9 Things Pittsburghers Will Always Remember

No matter where you end up after living in a certain city, or if you’re proud to call yourself a lifer, there are always certain things that stick with you. Pittsburghers are lucky to have so many things that remind them of home. No matter how far away you are right now from the epicenter of all things Yinz, or if you’re just a few miles “dahn” the road, we hope you enjoy this list of nostalgia! If you don’t see your favorites on here, keep checking back with Pittsburgh Beautiful for more posts!

1. This commercial that would magically appear right before Christmas.

2. One of the greatest football plays of all time.

3. This store’s iconic snack bar.

Pittsburghers Will Always Remember

4. This catchy as ever jingle.

5. When you saw this commercial and contemplated calling the number to see if you could actually get money.

6. Going to Pens, Steelers and Pirates games and hearing “Beer here!” “Coke here!” from this guy, who passed away in 2011 after serving the Pittsburgh area sports teams since 1985.

Pittsburghers Will Always Remember

7. Having to memorize the lyrics to this song every time new players came on board.

8. Getting this artificially colored, sugary deliciousness in your trick-or-treat bag growing up.

Pittsburghers Will Always Remember

9. Not setting your alarm when a snowstorm was coming because “Joe said it would.”

28 thoughts on “9 Things Pittsburghers Will Always Remember”

  1. I’m originally from Pittsburgh and one thing I’ll never forget is the treats made from so-called Farkle berries sold at a downtown department store

    1. Rege Cordic named those to raise money for Children’s Hospital. “Start your heart eat a Farkleberry Tart!”

  2. Carol A Whetzel

    I will always remember Islay’s pyramid shaped ice cream cones. Cherry Vanilla (with real cherries) was my husband’s favorite. (With my Italian/German heritage, I could only stare at the calorie laden treat.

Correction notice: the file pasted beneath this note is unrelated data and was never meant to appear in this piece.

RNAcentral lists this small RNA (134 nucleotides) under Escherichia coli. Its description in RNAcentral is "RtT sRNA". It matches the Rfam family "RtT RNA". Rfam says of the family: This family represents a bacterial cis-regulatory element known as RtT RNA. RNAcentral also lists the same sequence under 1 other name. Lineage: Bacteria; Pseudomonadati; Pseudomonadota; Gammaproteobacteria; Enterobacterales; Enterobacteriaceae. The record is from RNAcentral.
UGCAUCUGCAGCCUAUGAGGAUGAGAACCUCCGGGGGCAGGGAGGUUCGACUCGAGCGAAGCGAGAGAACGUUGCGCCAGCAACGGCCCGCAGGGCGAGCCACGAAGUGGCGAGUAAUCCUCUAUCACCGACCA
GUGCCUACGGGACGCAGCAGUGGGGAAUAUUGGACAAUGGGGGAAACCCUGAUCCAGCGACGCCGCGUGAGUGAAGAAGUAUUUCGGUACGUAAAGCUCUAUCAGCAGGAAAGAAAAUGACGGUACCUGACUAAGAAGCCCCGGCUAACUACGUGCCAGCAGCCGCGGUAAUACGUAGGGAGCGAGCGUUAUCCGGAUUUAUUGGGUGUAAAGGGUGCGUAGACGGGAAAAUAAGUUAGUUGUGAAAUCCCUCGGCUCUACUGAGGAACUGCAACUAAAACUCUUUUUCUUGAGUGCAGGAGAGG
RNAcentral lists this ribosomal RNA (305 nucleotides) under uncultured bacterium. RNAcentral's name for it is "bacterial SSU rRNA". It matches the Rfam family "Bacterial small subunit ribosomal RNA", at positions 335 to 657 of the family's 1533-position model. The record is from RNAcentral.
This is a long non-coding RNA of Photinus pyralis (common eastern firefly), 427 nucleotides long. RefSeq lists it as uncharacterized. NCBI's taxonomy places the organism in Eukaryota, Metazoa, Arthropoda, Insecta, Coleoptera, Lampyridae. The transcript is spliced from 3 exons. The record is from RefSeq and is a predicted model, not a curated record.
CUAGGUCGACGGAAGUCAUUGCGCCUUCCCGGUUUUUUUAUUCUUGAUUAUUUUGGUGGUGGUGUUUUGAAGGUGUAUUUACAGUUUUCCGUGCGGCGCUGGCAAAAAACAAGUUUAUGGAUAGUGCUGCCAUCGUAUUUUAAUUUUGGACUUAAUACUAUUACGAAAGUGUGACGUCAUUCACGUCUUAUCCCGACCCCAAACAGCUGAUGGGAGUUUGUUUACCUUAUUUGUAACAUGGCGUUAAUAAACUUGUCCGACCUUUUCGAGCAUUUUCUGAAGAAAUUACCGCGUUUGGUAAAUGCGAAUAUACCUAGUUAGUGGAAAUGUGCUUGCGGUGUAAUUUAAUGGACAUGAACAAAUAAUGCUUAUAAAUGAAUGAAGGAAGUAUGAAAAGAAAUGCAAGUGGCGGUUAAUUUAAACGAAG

1. Carol A (Schmitt) Whetzel

        The store I remember was in Oakland, near the University of Pittsburgh. It was a large white brick building.

    1. Marty Tomlinson

      But do you remember what that ice cream was called? It was “White House’

  3. Carol (Schmitt) Whetzel

    I was born and raised in Pittsburgh – Mt. Washington, precisely ( a loong time ago). I can remember when the Mon river shore was a mass of sooty train sheds, the smell of sulfur filled the air, and the brown colored river was crowded with coal barges. I remember when the paddle wheeler, the River Queen, exploded and burned at the Mon wharf. A Saturday night treat was to watch the dumping of flaming slag from tipping cars along Route 51. An actual mountain was eventually created. My Mom’s standard practice each morning was to wipe off the coal dust that had accumulated on the kitchen window sills overnight. And then, there was the snow! Great for sled ridding (Virginia Avenue was the best). I recently read a funny ditty about never leaving Pittsburgh because ones feet were frozen to the ground. A real possibility. My childhood home no longer exists. The site is now the parking lot for St. Mary of the Mount’s Sullivan Hall. My Mom’s rose bushes, and the 40 steps that led up to the front porch still exist. My Dad had reinforced the concrete with tie rods and awning pipe, making them highly resistant to removal when the house was demolished. Somehow, the street seems much more narrow.

  4. Yinz remember WIIC channel 11 Luncheon at the ones TV show early sixties, up in Perrysville Heights ?